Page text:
Safe, Sustainable Nuclear Power - Carolina Country

Safe, Sustainable Nuclear Power

Nuclear energy is key to a brighter future for electric co-op members

Nuclear energy is a key contributor to North Carolina’s electric cooperatives’ commitment to providing members safe, reliable and sustainable electricity at the lowest possible cost. More than half of the electricity NC electric co-ops provide to members is from nuclear energy, most of which is generated at the Catawba Nuclear Station in York County, South Carolina, operated by Duke Energy.


Affordable and Sustainable

Nuclear power plants emit nothing but water vapor, making them a carbon-free generation source. Uranium, used to power the reactors, is an abundant metal available at a very stable price.


Plentiful, Reliable Power

The Catawba plant is the workhorse of the co-op generation fleet, designed to operate over a long period and provide steady “baseload” power 24/7 at a very low cost. It can run 18 months at a time, without having to be refueled. A small amount of uranium packs a lot of punch: one fuel pellet, about the size of your fingertip, contains the same amount of energy as 1 ton of coal or 149 gallons of oil.


Safety: The Highest Priority

All nuclear plants in the United States are subject to strict federal oversight. Multiple systems, protocols and design features keep the plant safe, including a large, expertly trained onsite security force.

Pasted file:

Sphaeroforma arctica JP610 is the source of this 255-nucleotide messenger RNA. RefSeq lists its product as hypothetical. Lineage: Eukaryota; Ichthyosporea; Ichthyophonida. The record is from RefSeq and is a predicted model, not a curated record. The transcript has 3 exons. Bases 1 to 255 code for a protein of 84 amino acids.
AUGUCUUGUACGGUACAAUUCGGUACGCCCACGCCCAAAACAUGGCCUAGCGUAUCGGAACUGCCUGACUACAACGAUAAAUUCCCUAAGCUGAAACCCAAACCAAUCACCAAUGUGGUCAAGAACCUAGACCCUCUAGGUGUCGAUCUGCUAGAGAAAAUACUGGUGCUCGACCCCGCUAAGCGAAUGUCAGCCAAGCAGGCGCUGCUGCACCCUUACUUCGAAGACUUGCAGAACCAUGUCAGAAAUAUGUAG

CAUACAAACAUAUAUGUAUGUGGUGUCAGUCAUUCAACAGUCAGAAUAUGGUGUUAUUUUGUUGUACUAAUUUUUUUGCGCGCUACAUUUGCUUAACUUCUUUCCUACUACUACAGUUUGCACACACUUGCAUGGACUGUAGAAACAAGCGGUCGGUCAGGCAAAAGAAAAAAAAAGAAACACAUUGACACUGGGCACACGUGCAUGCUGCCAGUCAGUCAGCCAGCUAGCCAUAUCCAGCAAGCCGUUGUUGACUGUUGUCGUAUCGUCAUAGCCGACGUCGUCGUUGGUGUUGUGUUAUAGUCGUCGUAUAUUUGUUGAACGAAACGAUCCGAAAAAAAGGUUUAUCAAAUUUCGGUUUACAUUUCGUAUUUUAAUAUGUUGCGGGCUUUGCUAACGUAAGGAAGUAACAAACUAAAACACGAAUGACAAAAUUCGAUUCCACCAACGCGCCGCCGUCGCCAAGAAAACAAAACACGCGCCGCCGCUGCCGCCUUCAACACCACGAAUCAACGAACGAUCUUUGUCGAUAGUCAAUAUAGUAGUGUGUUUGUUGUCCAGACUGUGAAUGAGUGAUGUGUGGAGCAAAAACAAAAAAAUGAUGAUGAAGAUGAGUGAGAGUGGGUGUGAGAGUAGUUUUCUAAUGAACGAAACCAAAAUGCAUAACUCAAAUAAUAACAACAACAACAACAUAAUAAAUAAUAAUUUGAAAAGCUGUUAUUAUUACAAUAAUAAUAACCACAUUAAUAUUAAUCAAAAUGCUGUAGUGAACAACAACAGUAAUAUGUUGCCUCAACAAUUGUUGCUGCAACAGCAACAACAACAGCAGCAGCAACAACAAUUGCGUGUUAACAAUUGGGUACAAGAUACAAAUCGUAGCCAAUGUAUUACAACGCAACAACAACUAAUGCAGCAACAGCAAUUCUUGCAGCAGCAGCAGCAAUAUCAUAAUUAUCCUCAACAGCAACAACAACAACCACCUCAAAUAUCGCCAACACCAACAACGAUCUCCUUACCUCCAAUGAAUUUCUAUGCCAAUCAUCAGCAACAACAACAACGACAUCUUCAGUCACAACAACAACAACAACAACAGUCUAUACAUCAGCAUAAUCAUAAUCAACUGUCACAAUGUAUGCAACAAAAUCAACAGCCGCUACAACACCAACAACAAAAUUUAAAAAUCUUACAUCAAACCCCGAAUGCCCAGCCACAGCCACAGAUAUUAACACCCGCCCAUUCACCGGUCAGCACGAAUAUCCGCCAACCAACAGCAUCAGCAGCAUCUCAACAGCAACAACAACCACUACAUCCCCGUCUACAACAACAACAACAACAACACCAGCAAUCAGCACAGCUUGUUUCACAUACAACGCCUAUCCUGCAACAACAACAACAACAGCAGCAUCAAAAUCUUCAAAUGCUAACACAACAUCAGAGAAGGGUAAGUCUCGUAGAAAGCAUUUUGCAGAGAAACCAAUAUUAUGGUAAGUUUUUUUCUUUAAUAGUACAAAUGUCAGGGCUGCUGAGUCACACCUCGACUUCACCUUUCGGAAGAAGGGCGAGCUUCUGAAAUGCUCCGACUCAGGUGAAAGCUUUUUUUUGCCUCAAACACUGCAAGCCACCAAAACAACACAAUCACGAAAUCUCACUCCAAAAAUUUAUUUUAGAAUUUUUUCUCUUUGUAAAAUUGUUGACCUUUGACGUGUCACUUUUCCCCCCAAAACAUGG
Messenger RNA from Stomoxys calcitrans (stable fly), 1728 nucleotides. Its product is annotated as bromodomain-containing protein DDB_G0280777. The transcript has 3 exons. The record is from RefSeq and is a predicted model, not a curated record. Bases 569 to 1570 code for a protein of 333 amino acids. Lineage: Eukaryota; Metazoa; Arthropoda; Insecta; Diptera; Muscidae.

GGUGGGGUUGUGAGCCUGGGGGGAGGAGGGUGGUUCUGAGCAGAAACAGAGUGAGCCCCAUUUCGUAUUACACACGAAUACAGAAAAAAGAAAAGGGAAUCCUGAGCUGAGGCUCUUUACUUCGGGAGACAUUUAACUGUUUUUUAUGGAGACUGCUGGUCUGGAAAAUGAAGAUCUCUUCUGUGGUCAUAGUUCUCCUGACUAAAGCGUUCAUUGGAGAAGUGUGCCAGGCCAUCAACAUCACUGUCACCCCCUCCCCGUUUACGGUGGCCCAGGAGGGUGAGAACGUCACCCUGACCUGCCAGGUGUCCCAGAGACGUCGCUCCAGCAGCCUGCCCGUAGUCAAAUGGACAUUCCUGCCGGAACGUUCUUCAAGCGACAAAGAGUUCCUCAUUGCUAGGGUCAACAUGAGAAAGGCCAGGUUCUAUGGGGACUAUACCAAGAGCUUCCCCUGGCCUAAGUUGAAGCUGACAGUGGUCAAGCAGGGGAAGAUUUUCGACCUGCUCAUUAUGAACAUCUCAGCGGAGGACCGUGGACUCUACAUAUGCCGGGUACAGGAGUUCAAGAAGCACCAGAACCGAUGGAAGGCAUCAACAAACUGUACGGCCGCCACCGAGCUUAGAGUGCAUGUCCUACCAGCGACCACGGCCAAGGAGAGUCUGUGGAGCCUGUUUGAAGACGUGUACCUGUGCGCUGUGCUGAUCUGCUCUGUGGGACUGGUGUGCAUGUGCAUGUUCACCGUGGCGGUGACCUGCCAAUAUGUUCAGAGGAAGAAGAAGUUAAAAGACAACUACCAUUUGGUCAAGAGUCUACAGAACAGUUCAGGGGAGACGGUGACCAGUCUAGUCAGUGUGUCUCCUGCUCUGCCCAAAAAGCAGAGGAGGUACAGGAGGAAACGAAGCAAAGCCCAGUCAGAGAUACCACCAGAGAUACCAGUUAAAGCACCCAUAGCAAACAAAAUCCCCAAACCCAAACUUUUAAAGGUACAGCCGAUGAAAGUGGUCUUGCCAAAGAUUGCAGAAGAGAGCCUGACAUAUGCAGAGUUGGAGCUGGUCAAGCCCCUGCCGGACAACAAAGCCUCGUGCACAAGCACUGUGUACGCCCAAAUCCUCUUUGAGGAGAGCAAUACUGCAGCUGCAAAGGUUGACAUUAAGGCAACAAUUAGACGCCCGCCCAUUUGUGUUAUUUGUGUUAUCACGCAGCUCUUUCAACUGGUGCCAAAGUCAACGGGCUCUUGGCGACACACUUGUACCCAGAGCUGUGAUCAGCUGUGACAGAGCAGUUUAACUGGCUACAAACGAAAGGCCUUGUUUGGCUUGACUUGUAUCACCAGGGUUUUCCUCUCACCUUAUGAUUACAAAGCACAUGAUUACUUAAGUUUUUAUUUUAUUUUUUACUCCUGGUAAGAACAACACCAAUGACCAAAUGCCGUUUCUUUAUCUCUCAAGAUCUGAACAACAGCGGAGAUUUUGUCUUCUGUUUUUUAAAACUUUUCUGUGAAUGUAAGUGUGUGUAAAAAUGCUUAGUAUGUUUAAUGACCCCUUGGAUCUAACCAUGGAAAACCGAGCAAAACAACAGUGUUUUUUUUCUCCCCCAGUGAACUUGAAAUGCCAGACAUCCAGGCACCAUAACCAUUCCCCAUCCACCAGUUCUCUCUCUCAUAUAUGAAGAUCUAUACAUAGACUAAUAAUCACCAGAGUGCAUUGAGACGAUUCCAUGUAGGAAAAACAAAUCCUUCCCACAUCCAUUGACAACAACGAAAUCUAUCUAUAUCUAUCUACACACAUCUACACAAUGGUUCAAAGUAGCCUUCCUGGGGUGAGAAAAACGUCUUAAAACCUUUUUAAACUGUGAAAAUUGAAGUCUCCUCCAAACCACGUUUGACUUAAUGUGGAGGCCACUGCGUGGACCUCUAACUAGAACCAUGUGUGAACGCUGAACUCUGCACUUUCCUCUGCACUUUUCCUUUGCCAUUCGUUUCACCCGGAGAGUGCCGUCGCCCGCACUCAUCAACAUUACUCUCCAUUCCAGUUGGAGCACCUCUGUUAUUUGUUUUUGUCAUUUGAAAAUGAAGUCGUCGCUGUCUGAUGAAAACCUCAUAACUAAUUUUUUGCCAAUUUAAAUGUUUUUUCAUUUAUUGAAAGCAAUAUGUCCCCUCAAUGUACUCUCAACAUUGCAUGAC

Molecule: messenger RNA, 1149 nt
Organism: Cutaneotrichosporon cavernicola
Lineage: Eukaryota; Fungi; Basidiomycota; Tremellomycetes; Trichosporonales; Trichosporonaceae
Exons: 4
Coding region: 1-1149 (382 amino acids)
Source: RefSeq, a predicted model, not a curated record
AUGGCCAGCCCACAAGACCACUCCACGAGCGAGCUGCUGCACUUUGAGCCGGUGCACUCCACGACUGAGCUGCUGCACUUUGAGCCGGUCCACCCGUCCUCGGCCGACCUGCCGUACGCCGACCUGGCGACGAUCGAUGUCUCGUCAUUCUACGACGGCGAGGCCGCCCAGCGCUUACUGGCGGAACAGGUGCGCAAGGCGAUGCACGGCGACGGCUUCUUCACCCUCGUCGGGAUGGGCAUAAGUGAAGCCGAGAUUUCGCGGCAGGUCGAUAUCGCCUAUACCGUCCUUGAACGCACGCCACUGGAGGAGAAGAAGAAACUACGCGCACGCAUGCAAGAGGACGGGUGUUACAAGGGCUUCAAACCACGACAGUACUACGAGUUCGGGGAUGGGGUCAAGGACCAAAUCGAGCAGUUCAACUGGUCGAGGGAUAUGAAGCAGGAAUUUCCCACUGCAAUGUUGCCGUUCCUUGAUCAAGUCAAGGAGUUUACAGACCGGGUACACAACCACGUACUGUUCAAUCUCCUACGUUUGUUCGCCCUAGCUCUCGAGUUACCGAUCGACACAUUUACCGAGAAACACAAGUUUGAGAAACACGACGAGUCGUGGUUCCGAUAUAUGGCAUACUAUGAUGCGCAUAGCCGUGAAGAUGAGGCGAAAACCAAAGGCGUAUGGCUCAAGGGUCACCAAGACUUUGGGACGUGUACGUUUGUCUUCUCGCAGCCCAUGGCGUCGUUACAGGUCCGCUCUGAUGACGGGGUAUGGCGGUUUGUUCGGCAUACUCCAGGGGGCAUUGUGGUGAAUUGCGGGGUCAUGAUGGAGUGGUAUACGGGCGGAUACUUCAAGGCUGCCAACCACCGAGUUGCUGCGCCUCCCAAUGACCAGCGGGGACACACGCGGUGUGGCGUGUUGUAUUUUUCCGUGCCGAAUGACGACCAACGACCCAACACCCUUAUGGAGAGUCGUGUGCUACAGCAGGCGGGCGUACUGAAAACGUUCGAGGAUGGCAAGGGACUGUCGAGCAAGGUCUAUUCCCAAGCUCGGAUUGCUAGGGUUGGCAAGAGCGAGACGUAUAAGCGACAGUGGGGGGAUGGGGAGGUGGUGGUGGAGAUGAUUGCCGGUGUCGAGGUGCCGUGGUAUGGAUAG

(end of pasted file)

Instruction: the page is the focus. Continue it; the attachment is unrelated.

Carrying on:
Tap a number below to learn more about each part of the nuclear site.

1 Used fuel storage
Used fuel rods are cooled in large pools for an average of 10 years before being transferred to 18-foot tall, long-term storage canisters, engineered to keep fuel safe without power or moving parts. All fuel used at Catawba since coming online in 1985 is still onsite.

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2Cooling towers
Huge, circular concrete structures, 7 stories high with 13 fans on top, cool water used in power production and emit only water vapor.

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3 Turbine decks
Steam created by the reactor turns turbines, which, in turn, spin generators to produce electricity.

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4Reactor buildings
The reactors are encased in layers of steel and concrete. Each reactor building is made of nearly 4-foot-thick, steel-reinforced concrete, one-third of which is buried underground.

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5Substation and transmission lines
Combined, both units can produce 2,310 megawatts of power, or enough to power 1.7 million households—about one-third of all households in North Carolina.

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A Brighter Future

Our long-term plans are guided by each electric co-op’s local roots and focus on delivering value to cooperative members and their communities. Learn more about the sustainability and efficiency goals of North Carolina's electric cooperatives.

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